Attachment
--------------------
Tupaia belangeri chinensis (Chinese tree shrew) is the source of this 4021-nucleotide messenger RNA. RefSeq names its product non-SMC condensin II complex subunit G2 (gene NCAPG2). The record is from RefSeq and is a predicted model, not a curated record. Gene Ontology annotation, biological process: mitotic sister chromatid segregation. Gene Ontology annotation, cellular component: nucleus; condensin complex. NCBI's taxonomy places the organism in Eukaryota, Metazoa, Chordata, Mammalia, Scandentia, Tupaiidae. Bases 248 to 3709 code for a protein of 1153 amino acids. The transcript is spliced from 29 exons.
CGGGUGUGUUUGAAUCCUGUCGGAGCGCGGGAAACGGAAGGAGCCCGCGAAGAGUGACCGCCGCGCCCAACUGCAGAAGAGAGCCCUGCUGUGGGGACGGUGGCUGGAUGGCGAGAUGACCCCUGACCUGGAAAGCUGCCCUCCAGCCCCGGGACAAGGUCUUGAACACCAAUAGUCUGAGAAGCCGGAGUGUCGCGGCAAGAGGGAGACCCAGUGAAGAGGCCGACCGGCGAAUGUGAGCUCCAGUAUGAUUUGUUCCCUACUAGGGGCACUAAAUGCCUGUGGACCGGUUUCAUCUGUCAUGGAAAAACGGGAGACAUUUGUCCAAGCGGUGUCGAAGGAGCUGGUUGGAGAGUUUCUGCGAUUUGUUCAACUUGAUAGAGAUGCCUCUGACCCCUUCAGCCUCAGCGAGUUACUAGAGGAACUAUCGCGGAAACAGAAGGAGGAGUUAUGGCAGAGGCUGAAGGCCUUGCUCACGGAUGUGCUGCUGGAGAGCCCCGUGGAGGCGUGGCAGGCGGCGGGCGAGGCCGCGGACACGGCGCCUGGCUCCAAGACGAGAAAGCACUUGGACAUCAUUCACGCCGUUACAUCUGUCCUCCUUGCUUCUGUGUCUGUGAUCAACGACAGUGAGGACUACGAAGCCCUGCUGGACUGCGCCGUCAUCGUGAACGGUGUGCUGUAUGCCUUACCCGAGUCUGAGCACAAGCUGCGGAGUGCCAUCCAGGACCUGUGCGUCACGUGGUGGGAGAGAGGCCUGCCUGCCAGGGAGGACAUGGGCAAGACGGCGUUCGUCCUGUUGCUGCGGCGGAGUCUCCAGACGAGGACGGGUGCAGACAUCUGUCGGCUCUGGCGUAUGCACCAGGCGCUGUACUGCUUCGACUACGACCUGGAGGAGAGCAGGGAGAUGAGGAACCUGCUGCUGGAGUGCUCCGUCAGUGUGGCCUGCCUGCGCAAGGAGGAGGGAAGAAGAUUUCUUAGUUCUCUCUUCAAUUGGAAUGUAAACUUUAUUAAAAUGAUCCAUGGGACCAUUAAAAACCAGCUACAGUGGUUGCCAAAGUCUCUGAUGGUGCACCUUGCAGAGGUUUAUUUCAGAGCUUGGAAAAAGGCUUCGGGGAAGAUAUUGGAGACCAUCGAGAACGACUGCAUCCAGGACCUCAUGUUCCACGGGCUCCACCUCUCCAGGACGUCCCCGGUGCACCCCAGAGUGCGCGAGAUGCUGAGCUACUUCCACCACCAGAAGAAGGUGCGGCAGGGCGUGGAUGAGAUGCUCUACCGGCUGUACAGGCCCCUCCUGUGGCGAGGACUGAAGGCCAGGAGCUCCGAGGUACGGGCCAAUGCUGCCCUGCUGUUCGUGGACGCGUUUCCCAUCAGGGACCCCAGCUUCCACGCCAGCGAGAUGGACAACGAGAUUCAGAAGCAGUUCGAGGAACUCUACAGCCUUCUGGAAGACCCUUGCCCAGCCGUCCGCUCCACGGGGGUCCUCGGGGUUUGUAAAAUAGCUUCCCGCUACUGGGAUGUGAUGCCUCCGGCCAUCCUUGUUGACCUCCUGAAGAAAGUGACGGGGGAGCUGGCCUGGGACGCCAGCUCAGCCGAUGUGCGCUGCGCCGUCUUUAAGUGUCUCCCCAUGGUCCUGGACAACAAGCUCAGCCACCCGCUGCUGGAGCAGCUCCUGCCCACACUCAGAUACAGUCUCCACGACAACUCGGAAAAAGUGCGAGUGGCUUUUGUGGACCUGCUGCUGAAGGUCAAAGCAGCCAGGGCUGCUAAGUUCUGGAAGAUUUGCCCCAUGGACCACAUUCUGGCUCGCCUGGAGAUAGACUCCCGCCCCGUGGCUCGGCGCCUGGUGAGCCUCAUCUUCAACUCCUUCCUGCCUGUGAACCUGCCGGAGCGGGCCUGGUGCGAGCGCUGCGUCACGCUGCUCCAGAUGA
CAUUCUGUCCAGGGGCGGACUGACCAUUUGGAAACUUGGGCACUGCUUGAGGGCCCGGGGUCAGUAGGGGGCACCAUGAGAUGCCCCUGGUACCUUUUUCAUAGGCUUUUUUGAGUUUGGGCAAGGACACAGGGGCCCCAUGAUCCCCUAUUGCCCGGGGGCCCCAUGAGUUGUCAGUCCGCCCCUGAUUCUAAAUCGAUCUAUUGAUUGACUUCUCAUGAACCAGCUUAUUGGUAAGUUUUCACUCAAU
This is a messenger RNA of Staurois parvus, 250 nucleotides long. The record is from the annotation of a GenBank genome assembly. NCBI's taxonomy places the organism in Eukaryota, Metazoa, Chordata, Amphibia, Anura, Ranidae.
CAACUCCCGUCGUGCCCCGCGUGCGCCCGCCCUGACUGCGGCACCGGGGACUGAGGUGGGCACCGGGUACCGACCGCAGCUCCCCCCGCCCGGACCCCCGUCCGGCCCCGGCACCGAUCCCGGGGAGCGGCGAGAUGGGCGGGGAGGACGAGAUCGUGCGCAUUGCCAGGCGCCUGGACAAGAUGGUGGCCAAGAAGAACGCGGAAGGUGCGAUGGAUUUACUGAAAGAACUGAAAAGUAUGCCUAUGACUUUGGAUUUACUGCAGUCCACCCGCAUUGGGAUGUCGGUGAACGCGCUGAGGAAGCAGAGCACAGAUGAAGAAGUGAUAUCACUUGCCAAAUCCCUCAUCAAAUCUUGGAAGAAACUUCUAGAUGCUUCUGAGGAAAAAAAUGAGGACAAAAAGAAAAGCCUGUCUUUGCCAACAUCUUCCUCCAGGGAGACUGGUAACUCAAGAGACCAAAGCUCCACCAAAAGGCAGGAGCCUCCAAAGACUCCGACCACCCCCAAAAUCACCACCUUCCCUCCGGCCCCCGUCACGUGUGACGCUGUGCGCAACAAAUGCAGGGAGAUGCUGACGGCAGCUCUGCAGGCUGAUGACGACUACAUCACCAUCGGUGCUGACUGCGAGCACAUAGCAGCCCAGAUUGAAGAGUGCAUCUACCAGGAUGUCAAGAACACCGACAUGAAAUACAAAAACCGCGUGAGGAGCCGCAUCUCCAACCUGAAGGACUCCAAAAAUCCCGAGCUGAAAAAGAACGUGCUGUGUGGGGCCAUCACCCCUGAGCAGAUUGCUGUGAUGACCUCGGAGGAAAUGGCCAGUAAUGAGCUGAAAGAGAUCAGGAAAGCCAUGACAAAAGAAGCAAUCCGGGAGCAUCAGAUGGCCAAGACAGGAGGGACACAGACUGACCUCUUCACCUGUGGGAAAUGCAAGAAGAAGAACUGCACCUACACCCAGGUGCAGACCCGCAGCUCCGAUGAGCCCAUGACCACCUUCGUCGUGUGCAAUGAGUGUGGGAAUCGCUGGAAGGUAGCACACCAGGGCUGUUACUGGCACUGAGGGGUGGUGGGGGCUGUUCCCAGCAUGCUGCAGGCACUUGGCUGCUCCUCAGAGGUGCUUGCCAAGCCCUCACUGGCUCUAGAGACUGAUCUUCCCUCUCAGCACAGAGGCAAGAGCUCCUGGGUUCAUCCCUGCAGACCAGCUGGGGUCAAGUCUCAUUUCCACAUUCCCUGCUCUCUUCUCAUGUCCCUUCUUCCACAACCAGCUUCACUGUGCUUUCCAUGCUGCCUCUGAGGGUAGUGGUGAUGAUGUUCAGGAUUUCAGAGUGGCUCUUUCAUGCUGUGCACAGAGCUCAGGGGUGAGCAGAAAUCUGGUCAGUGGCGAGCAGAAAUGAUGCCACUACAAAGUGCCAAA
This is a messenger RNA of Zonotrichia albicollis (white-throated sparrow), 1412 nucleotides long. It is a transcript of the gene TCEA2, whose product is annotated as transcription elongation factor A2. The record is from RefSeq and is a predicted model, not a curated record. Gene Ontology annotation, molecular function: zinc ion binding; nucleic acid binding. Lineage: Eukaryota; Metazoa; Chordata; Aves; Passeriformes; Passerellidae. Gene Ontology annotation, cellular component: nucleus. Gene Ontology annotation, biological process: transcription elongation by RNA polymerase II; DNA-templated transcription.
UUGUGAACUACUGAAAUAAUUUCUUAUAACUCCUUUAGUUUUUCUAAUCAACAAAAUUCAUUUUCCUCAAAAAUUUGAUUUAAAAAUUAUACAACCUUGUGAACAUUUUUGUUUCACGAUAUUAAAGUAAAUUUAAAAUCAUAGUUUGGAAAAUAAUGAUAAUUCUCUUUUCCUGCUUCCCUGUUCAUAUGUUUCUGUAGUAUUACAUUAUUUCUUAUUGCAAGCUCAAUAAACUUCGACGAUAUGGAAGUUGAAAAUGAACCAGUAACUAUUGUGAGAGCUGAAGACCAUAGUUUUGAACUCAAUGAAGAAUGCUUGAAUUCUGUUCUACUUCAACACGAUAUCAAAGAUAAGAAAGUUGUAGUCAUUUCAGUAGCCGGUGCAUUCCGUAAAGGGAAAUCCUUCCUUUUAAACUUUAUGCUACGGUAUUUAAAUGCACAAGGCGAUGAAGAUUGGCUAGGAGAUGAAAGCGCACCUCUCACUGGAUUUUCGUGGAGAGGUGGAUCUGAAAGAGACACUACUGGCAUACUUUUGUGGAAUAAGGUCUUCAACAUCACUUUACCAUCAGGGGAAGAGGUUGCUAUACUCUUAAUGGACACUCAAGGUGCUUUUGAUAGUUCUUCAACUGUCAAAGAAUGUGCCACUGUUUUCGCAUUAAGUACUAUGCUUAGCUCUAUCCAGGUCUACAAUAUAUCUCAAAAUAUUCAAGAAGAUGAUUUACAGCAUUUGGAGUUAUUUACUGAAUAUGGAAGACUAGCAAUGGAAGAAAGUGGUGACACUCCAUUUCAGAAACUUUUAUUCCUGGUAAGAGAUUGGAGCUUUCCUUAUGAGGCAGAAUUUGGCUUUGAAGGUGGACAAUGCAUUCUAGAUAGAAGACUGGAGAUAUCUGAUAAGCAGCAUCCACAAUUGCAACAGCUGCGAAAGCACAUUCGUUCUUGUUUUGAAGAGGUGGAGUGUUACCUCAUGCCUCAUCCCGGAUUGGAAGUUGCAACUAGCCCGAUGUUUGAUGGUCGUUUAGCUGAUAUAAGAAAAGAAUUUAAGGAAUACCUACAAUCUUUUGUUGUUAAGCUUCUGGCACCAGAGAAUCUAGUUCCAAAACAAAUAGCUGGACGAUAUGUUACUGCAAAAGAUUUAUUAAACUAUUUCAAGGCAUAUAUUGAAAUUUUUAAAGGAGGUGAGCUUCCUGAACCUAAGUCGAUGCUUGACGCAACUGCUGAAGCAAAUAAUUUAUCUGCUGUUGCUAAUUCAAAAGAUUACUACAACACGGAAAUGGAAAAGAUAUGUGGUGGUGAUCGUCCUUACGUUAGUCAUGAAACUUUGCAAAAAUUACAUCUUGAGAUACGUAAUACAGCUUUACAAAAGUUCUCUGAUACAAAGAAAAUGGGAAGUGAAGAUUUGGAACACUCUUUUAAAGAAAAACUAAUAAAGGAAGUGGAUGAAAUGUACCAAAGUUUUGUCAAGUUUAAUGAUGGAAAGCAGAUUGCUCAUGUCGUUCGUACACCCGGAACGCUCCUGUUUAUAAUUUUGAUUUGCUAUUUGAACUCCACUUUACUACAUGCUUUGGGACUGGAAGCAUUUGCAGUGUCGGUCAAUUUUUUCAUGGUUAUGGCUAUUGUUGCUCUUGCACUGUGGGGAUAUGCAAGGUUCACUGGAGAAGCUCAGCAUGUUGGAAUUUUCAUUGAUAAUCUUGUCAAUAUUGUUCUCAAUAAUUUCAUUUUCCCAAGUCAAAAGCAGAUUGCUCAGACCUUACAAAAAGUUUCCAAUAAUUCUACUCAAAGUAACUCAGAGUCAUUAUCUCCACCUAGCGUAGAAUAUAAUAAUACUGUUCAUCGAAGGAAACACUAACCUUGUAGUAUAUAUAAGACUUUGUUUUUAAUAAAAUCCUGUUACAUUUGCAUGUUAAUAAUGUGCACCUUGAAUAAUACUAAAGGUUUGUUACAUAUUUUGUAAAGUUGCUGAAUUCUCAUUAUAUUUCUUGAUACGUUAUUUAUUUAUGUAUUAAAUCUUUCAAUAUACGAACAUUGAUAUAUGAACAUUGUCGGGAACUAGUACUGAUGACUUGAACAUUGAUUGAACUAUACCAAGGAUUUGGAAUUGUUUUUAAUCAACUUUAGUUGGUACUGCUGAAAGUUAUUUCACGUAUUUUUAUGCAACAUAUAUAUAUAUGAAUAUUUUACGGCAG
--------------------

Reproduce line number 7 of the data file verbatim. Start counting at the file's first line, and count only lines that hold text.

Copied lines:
UUGUGAACUACUGAAAUAAUUUCUUAUAACUCCUUUAGUUUUUCUAAUCAACAAAAUUCAUUUUCCUCAAAAAUUUGAUUUAAAAAUUAUACAACCUUGUGAACAUUUUUGUUUCACGAUAUUAAAGUAAAUUUAAAAUCAUAGUUUGGAAAAUAAUGAUAAUUCUCUUUUCCUGCUUCCCUGUUCAUAUGUUUCUGUAGUAUUACAUUAUUUCUUAUUGCAAGCUCAAUAAACUUCGACGAUAUGGAAGUUGAAAAUGAACCAGUAACUAUUGUGAGAGCUGAAGACCAUAGUUUUGAACUCAAUGAAGAAUGCUUGAAUUCUGUUCUACUUCAACACGAUAUCAAAGAUAAGAAAGUUGUAGUCAUUUCAGUAGCCGGUGCAUUCCGUAAAGGGAAAUCCUUCCUUUUAAACUUUAUGCUACGGUAUUUAAAUGCACAAGGCGAUGAAGAUUGGCUAGGAGAUGAAAGCGCACCUCUCACUGGAUUUUCGUGGAGAGGUGGAUCUGAAAGAGACACUACUGGCAUACUUUUGUGGAAUAAGGUCUUCAACAUCACUUUACCAUCAGGGGAAGAGGUUGCUAUACUCUUAAUGGACACUCAAGGUGCUUUUGAUAGUUCUUCAACUGUCAAAGAAUGUGCCACUGUUUUCGCAUUAAGUACUAUGCUUAGCUCUAUCCAGGUCUACAAUAUAUCUCAAAAUAUUCAAGAAGAUGAUUUACAGCAUUUGGAGUUAUUUACUGAAUAUGGAAGACUAGCAAUGGAAGAAAGUGGUGACACUCCAUUUCAGAAACUUUUAUUCCUGGUAAGAGAUUGGAGCUUUCCUUAUGAGGCAGAAUUUGGCUUUGAAGGUGGACAAUGCAUUCUAGAUAGAAGACUGGAGAUAUCUGAUAAGCAGCAUCCACAAUUGCAACAGCUGCGAAAGCACAUUCGUUCUUGUUUUGAAGAGGUGGAGUGUUACCUCAUGCCUCAUCCCGGAUUGGAAGUUGCAACUAGCCCGAUGUUUGAUGGUCGUUUAGCUGAUAUAAGAAAAGAAUUUAAGGAAUACCUACAAUCUUUUGUUGUUAAGCUUCUGGCACCAGAGAAUCUAGUUCCAAAACAAAUAGCUGGACGAUAUGUUACUGCAAAAGAUUUAUUAAACUAUUUCAAGGCAUAUAUUGAAAUUUUUAAAGGAGGUGAGCUUCCUGAACCUAAGUCGAUGCUUGACGCAACUGCUGAAGCAAAUAAUUUAUCUGCUGUUGCUAAUUCAAAAGAUUACUACAACACGGAAAUGGAAAAGAUAUGUGGUGGUGAUCGUCCUUACGUUAGUCAUGAAACUUUGCAAAAAUUACAUCUUGAGAUACGUAAUACAGCUUUACAAAAGUUCUCUGAUACAAAGAAAAUGGGAAGUGAAGAUUUGGAACACUCUUUUAAAGAAAAACUAAUAAAGGAAGUGGAUGAAAUGUACCAAAGUUUUGUCAAGUUUAAUGAUGGAAAGCAGAUUGCUCAUGUCGUUCGUACACCCGGAACGCUCCUGUUUAUAAUUUUGAUUUGCUAUUUGAACUCCACUUUACUACAUGCUUUGGGACUGGAAGCAUUUGCAGUGUCGGUCAAUUUUUUCAUGGUUAUGGCUAUUGUUGCUCUUGCACUGUGGGGAUAUGCAAGGUUCACUGGAGAAGCUCAGCAUGUUGGAAUUUUCAUUGAUAAUCUUGUCAAUAUUGUUCUCAAUAAUUUCAUUUUCCCAAGUCAAAAGCAGAUUGCUCAGACCUUACAAAAAGUUUCCAAUAAUUCUACUCAAAGUAACUCAGAGUCAUUAUCUCCACCUAGCGUAGAAUAUAAUAAUACUGUUCAUCGAAGGAAACACUAACCUUGUAGUAUAUAUAAGACUUUGUUUUUAAUAAAAUCCUGUUACAUUUGCAUGUUAAUAAUGUGCACCUUGAAUAAUACUAAAGGUUUGUUACAUAUUUUGUAAAGUUGCUGAAUUCUCAUUAUAUUUCUUGAUACGUUAUUUAUUUAUGUAUUAAAUCUUUCAAUAUACGAACAUUGAUAUAUGAACAUUGUCGGGAACUAGUACUGAUGACUUGAACAUUGAUUGAACUAUACCAAGGAUUUGGAAUUGUUUUUAAUCAACUUUAGUUGGUACUGCUGAAAGUUAUUUCACGUAUUUUUAUGCAACAUAUAUAUAUAUGAAUAUUUUACGGCAG